IMF Bentham's (ASX:IMF) annual report describes its business as ‘international litigation funding’, conjuring up images of high profile lawyers and tense court battles. In practice, though, what it does is very similar to what we do everyday here at Intelligent Investor.
When IMF considers funding a case, management needs to decide three things: how much the case might return, over what period, and how certain the potential return is. That’s textbook value investing.
The only difference between us and IMF is the source of the cash flows. IMF estimates how much cash a case might return, whereas we're thinking the same things about businesses. To be specific, IMF is closer to an activist investor, as it can influence the outcome of its investments, whereas we're much more passive investors.
IMF has funded 187 cases over its 16-year life. 123 have been settled while 13 have been won. If we regard all settlements as wins (which seems fair as a settlement delivers some cash for the plaintiff), this means IMF has a strike rate of 73%, a level even Warren Buffett would be proud of.
High strike rates translate into attractive returns. For each dollar invested, on average IMF’s cases have returned $1.55 over 2.4 years. When you can put large sums to work, as you can in the increasingly litigious markets of Australia and the US, this makes for big business.
But there’s a pinch. Barriers to entry are low and this means rising competition. Like value investing, all that's needed is capital and the belief in one’s ability to pick winners, however misguided that might be.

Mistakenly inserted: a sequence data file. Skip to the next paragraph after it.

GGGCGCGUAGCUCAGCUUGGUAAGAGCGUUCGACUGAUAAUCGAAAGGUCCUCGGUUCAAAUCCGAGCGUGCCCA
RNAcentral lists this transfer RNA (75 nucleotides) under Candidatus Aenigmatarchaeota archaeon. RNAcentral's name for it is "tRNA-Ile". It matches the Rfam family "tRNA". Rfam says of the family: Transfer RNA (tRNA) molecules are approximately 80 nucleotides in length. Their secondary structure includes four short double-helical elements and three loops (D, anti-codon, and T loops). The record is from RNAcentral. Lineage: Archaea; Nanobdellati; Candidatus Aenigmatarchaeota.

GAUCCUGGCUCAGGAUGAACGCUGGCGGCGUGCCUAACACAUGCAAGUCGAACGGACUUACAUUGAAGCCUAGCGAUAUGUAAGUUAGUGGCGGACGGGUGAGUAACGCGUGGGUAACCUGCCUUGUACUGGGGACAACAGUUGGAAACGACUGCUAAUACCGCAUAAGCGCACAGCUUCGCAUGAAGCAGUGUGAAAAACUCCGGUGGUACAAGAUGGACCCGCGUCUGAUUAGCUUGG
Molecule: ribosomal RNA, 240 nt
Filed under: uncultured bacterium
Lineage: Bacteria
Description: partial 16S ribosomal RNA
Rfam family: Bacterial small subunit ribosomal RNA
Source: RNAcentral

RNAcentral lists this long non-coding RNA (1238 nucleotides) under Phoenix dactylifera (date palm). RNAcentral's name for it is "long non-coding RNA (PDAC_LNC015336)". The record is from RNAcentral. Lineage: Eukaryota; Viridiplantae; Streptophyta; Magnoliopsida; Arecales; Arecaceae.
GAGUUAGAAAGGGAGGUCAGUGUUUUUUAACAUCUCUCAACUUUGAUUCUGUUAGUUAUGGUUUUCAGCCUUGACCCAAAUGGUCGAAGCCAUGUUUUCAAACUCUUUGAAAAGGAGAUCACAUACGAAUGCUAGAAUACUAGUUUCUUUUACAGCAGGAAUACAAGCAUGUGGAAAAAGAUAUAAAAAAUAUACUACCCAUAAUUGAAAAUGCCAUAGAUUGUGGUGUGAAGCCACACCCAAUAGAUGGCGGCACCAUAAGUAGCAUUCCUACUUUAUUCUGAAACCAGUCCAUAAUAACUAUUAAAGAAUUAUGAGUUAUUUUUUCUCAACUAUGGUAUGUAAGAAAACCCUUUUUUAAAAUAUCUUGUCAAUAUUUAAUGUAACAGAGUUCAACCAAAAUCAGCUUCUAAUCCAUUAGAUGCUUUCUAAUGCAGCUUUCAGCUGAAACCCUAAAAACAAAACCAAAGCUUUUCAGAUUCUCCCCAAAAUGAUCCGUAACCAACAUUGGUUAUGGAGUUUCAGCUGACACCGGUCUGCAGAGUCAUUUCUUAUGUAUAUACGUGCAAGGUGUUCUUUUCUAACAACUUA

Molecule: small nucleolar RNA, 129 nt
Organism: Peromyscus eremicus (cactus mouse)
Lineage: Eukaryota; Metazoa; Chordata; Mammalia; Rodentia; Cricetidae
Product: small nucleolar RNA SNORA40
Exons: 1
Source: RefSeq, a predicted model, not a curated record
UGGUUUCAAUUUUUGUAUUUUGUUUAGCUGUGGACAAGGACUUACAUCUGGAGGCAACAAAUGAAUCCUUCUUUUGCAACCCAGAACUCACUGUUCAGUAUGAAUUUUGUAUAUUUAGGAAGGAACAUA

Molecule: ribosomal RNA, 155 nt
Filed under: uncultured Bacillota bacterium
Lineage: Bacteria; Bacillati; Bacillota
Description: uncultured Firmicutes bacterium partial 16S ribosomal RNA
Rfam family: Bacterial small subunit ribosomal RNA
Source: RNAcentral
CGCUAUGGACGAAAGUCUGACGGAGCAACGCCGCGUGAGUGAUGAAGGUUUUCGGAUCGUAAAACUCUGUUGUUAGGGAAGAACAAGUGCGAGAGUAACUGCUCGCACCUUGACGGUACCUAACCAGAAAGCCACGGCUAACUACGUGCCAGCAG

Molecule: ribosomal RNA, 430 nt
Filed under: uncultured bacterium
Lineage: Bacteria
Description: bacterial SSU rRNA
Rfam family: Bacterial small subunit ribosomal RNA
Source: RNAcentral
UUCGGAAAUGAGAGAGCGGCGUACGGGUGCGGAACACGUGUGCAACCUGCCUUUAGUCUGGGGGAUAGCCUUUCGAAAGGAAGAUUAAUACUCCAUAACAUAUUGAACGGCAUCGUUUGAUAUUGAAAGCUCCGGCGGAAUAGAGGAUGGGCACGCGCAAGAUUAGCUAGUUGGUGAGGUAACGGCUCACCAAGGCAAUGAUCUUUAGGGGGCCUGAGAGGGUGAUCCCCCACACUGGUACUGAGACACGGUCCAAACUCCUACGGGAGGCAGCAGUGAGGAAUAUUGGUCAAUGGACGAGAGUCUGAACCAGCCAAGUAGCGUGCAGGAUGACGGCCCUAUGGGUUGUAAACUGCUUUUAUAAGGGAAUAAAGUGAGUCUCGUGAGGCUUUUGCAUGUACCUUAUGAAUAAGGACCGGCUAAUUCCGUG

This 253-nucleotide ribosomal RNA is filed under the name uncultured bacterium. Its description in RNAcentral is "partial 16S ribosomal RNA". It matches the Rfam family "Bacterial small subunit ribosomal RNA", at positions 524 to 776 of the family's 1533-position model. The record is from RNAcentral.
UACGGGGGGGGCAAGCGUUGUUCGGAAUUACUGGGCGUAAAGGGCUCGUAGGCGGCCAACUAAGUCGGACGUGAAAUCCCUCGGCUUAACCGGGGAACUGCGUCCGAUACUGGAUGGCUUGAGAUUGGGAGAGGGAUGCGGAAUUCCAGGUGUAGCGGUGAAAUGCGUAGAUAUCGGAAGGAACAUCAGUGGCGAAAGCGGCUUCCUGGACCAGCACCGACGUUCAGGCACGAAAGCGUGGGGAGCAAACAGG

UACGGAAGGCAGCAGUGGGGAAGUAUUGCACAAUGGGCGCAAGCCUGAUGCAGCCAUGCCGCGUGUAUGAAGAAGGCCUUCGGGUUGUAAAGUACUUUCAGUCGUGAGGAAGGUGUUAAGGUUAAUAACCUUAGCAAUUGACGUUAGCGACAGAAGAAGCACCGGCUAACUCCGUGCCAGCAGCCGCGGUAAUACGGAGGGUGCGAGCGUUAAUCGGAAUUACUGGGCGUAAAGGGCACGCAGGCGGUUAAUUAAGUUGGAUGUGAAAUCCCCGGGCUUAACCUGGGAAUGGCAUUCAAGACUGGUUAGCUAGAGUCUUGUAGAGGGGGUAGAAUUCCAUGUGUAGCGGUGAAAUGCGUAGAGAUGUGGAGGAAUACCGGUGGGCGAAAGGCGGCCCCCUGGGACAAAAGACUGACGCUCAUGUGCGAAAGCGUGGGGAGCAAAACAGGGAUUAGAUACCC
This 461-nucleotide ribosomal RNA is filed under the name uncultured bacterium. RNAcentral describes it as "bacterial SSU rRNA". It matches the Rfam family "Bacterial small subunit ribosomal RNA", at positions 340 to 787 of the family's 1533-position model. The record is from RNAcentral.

IMF used to have the market to itself, similar to when Warren Buffett was investing in the 1950's. But its success has been noticed and this has attracted copycats ranging from conventional competitors to even hedge funds.
Increasing competition is shown in its numbers. In 2012, IMF had funded a total of 137 cases at a strike rate of 77%, 4% better than today’s level. This might not seem like a significant erosion but it is: the 50 cases funded since 2012 have seen IMF's strike rate fall to just 66%.
We think value investing is a good guide for how competition will continue to affect IMF. The high returns achieved by Warren Buffett and others from the 1950’s to the 1990’s encouraged many others to follow suit. There are countless value investing funds and amateur enthusiasts around today. This means competition for attractive investments is fierce, and the prospective return is much lower than it was in Buffett’s heyday.
We suspect the litigation funding industry will follow a similar path, taking IMF's profitability with it.
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